“If at first you don’t succeed, try, try again.” is an old adage with which we’re all familiar. As with most adages, there’s an element of truth in it. There are also aspects that make the adage seem easier to employ than it is.
There are a number of factors that influence our ability to “try, try again.” Key among them are desire, resilience and confidence. Let’s explore each of these in greater detail.
Over the years I noticed that what determines a person’s success in any endeavor is the level of their desire. One of the reasons that so many dreams go unfulfilled is that the person does not desire the dream enough to do what’s necessary to make it a reality.
It’s not that they aren’t capable, aren’t talented enough, or don’t possess the resources they need, it’s simply that they don’t want the dream enough to do the work. If their desire were stronger, they would not believe themselves incapable, lacking talent or unable to acquire needed resources.
To me, resilience is a matter of perspective. The most resilient among us view challenges as learning opportunities. The least resilient view them as obstacles. Their attitude to obstacles ranges from “Life isn’t fair” to “Why does everything have to be so hard” to “The whole world is working against me.”
Desires of the most resilient aren’t affected by challenges. The desire of the least resilient wanes quickly, often resulting in abandoned dreams.
People who are confident in their abilities find it easier to remain resilient. To them, challenges are just a natural part of life. Dealing effectively with challenges affords them the joy of success and greater excitement about what the future holds.
Less confident people are less resilient because each challenge leaves them questioning their abilities. Instead of focusing on what they learned, they nurture doubts about their abilities. It’s tough to try, try again when you doubt that you’ll be successful. Indeed, that mindset virtually assures that you won’t. Thus, reinforcing beliefs that you are inept and undeserving.
It’s easy to see how these elements determine whether try, try again is easy, or overwhelming to the point that the dream is abandoned.
When your early attempts don’t produce the results you desire, reevaluate how important what you’re pursuing is to you. Use the following questions to guide you in your evaluation.
- Given what I need to do to be successful, using a scale of 1 to 5 with 5 being high, how willing am I to do the work?
- Is my desire waning?
- How am I viewing obstacles…as learning opportunities or as a victim?
- Do I believe I can accomplish anything I desire?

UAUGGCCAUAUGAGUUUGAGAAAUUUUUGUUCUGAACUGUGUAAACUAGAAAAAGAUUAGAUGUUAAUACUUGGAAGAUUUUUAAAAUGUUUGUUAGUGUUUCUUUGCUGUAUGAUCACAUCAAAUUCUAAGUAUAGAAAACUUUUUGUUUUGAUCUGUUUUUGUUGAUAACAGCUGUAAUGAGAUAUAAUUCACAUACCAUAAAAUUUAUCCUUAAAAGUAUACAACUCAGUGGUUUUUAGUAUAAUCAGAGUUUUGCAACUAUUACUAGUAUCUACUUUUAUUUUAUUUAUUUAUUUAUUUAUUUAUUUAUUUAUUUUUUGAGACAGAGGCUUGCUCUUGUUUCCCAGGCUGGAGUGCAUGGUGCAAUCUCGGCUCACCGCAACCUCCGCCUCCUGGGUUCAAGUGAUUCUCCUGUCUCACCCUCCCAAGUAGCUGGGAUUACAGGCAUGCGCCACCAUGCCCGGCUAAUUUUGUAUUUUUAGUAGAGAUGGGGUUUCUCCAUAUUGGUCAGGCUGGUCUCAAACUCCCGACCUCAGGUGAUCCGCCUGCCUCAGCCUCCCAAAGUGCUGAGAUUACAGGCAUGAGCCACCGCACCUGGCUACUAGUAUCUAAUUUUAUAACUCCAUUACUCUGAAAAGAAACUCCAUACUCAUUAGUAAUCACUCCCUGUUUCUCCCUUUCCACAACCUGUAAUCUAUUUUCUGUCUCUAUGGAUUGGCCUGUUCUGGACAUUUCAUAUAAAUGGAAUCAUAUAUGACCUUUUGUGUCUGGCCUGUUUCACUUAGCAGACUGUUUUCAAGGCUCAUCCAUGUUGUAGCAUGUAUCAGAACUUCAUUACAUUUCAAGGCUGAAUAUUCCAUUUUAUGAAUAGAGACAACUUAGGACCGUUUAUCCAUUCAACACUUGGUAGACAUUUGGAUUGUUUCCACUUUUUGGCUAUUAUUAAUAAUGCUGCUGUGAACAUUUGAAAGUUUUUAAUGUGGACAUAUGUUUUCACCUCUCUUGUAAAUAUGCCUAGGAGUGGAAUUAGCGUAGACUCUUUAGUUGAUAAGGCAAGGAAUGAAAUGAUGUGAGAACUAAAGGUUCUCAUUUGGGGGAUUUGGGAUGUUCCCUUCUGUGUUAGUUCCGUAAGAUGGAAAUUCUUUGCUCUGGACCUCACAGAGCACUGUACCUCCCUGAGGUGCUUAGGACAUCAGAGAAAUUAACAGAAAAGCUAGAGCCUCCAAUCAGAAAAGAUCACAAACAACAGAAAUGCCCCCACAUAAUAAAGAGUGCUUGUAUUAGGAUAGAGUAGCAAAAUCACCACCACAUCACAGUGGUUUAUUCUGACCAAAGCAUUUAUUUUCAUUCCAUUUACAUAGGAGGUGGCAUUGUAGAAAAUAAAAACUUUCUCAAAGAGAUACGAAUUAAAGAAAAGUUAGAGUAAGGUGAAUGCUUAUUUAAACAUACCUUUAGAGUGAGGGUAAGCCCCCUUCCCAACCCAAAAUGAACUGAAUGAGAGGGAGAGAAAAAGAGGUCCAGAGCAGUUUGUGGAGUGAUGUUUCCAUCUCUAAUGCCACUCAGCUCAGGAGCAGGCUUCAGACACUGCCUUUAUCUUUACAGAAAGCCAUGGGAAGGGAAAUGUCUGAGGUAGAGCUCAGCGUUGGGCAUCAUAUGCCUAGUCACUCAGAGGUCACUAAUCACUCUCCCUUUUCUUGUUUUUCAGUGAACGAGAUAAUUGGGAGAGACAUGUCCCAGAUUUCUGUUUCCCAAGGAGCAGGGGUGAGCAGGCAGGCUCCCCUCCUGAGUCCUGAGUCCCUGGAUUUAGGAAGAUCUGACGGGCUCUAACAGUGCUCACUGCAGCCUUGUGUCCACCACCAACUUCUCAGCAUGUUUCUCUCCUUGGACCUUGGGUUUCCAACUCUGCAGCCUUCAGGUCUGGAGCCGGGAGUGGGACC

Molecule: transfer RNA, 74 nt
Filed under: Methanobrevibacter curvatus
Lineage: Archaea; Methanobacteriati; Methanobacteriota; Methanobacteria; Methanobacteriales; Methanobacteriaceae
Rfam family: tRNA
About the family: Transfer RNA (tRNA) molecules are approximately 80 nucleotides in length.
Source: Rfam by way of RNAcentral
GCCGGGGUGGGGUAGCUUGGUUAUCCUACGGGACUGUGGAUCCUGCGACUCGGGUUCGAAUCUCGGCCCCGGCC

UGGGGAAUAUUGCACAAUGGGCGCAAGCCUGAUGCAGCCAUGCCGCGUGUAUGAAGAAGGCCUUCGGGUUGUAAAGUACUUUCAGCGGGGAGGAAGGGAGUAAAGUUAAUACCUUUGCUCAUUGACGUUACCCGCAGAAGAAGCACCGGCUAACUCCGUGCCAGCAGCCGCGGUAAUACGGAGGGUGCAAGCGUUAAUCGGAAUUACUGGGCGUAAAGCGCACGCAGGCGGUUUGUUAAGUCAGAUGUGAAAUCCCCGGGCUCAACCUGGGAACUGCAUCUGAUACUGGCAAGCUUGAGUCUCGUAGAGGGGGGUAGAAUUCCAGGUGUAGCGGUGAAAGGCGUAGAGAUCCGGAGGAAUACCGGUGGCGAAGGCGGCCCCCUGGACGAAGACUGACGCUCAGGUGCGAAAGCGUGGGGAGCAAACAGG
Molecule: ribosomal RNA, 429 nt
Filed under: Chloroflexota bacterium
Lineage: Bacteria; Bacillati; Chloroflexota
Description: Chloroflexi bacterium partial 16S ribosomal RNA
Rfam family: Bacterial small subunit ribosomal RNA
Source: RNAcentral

These questions will help you evaluate whether your desire, resilience and confidence are high enough to make your dreams a reality.
If your desire wanes because the effort required seems inordinately high given the reward you envision, then let go of this dream. The trade off, and there’s always a trade off, isn’t worth it to you. That’s okay. The right thing to do is forgo this dream. We’ve all had opportunities that were intriguing only to find later that what they required of us didn’t fit with what we want in life.
If you’re answers to the questions above indicate a lack of resilience, you’ll know that it’s a matter of changing the way you look at challenges. Each morning, upon rising, remind yourself that you’re going to view challenges as learning opportunities. Your resilience will be there to support your desire.
When you doubt your abilities, realize that learning is an iterative process. We try things, learn something new, try again and learn even more, until we finally get all the pieces of the puzzle to fall into place and enjoy the success we desire.
To assure that you remain confident at all times, each morning recall the challenges you faced when you had no background or experience. Note that you found a way to deal effectively with that challenge. By reminding yourself daily that you’ve never failed to deal with anything life has sent you, you’ll remain confident in your ability to deal with all future challenges. That’s how you train your mind to be confident in any and all situations you face.
For our kids
When kids are ready to give up, especially when it’s early in the process, ask them:
- Does your dream no longer hold any appeal for you? If so, why not?
- How are you viewing the challenges you’re facing? As learning opportunities or bad luck?
- Do you believe that you can accomplish anything you desire?
As you move your child from the emotional reaction of disappointment to the less emotional, more objective evaluation of their situation. In doing so, you teach them the importance of the three elements of success: desire, resilience and confidence.
Feel free to share this blog with those you feel would benefit from this message. It’s an easy way to say “I love you. I’m thinking of you.”
I love hearing your thoughts and experiences, please share you wisdom in a comment.
If you’d like to enjoy great confidence, check out our Confidence Self-Study programs (opens in a new link) (opens in a new link).
If you’d like to enrich the lives of others by teaching them to be more confident, check out our Teaching Confidence Instructor Certification program (opens in a new link).